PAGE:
Independent booksellers begin new chapter in Edinburgh
In a Grade A-listed Georgian building just around the corner from Edinburgh Playhouse, Hugh and Cornelia Topping are getting ready to open the biggest independent bookshop in Britain for decades. A couple of miles away, Jack Clark is adding the final few titles to the thousands he will have on his shelves when The Portobello Bookshop opens its doors this month. Meanwhile, in Stockbridge, Golden Hare Books is still celebrating its triumph in the British Book Awards in May, when it was voted the best indie bookshop in the UK.
If Amazon and the internet were supposed to have killed off independent bookshops by now, no-one has got around to telling Edinburgh.
Yet the carnage in bookselling is real enough. Between 1995 and 2016, the number of independent bookshops in the UK plummeted by about 1,000, leaving a mere 867 on the high street. Now, though, numbers are starting to creep up again.
Amazon can’t be blamed for all of this, says Waterstones managing director James Daunt, as soaring rent and rates and failure to innovate also played a part. Yet from 2010 to 2014, when the growth of e-books and Kindle finally petered out, Amazon was indeed largely responsible. Now, however, there’s a discernible change of mood among high street booksellers. The optimists are back.
“Bookselling never went away,” says Robert Topping, who will soon be opening up his fourth and largest bookshop at the city centre end of London Road, where he will stock 70,000 titles on two floors of a former bank. “The risks haven’t either. But people will always want to buy books, and will come in and browse – and that’s not shopping, it’s just part of urban cultural life, just like going to the museum or the theatre. Tim Waterstone [the founder of the chain, although he left it in 1999] always used to say ‘Our competition really isn’t other booksellers – it’s Italian restaurants’. In other words, we’re competing for people’s leisure time.”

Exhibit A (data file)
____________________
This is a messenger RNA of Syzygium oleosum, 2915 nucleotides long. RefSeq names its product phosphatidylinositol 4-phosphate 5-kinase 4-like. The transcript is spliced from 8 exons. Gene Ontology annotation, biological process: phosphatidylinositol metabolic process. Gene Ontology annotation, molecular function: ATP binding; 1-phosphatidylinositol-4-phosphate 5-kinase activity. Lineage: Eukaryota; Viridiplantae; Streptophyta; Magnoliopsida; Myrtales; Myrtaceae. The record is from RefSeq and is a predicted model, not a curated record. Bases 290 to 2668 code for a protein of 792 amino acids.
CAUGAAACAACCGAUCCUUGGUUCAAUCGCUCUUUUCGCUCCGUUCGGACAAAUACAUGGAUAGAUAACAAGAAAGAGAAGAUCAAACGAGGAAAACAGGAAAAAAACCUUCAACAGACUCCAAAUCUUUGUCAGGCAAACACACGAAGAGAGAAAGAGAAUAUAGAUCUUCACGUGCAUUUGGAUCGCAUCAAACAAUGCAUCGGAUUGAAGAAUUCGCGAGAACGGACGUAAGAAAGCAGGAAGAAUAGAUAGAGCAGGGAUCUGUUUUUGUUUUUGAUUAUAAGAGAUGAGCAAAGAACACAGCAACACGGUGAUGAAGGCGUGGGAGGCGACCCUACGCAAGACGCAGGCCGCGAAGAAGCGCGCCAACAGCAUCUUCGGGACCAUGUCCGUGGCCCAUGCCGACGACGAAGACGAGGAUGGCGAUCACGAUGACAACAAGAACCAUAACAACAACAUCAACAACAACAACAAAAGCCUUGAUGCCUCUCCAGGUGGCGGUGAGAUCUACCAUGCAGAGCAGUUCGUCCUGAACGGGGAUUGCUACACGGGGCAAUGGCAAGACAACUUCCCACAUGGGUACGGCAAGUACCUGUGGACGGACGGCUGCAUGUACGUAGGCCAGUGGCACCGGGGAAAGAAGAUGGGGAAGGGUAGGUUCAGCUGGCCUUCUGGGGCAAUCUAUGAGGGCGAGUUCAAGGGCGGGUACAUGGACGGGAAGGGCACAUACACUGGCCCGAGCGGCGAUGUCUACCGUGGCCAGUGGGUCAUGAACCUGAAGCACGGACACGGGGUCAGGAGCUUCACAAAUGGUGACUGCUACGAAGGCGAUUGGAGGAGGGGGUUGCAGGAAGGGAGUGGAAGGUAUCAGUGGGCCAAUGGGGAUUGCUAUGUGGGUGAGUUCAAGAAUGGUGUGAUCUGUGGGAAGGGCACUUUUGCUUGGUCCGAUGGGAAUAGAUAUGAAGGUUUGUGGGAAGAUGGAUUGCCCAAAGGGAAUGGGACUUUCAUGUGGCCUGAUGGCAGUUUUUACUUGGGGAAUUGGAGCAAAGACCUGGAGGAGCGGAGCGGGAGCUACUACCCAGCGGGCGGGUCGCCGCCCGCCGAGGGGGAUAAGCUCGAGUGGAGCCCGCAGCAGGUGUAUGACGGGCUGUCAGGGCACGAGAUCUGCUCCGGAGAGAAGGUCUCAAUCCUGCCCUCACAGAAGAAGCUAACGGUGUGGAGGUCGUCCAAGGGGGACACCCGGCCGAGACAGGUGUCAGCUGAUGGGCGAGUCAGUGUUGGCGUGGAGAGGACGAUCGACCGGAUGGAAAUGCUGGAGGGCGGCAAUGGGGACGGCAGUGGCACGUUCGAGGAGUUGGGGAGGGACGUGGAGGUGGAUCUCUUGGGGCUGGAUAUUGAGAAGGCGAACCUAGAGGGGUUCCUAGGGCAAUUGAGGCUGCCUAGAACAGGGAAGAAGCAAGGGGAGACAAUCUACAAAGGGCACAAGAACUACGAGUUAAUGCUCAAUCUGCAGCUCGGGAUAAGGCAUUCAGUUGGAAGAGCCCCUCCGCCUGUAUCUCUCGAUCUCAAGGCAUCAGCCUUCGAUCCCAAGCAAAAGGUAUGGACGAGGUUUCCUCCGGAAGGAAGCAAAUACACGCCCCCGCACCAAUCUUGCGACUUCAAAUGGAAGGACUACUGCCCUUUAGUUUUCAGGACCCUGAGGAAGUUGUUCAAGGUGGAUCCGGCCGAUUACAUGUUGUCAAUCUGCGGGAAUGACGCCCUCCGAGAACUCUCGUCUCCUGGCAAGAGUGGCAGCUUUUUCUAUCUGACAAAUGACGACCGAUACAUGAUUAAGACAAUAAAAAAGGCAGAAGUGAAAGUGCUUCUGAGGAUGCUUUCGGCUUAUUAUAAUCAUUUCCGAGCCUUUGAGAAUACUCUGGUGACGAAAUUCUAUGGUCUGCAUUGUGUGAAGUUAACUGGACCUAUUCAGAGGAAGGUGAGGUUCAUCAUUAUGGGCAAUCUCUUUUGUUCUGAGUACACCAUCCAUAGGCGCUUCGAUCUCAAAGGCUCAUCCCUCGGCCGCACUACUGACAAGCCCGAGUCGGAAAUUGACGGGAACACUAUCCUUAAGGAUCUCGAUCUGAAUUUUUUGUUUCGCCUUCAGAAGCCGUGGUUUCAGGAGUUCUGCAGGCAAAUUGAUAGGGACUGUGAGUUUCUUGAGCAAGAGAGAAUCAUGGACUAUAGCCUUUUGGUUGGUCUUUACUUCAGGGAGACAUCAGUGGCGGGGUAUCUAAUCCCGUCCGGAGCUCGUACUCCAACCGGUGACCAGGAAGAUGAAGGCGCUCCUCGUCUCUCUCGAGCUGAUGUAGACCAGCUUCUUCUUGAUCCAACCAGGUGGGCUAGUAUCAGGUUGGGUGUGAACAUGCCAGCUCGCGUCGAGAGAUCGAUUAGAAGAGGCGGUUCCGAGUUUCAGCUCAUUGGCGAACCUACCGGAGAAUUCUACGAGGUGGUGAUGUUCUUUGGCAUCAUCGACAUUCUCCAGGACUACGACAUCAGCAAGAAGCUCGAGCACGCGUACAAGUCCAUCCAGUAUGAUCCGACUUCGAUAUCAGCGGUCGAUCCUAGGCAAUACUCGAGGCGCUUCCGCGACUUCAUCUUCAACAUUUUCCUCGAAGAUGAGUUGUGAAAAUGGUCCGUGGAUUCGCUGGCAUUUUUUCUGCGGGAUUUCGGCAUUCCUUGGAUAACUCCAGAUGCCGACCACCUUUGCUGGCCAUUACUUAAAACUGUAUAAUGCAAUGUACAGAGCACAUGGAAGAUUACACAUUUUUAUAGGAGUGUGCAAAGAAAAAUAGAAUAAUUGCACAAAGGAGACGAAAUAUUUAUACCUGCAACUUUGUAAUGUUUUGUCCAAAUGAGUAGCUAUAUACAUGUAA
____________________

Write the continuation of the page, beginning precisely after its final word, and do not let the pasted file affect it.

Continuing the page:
Aren’t there far too many other rivals for that these days? “But we can do things that the internet can’t,” adds Topping’s son Hugh, who will co-manage the store with his sister Cornelia. “If you shop online, an algorithm determines what you’re shown. We offer a bit of an escape from that. You have free rein here to have those moments of serendipitous discovery that wouldn’t be included in the filter bubble that Amazon has created for you.”
There will be 68 pine bookcases downstairs, and even more in the eight rooms upstairs, on both floors running all the way up to the ceiling and accessible by oak ladders. The 70,000 titles will, says Robert, include “the largest hardback fiction section of any independent bookshop in Britain”. Having such a wide range isn’t just a whim. It’s because he has a point to prove.
Robert Topping started working for Waterstones in the 1980s, when it still had an apostrophe in its name and managers with the autonomy to choose pretty much all their own stock. By 2000, however, its corporate culture had changed beyond recognition. The number of titles each branch could stock was reduced, central ordering imposed and the independence of local managers trimmed back. Topping, the long-serving manager of the company’s main store in Manchester, objected and was sacked.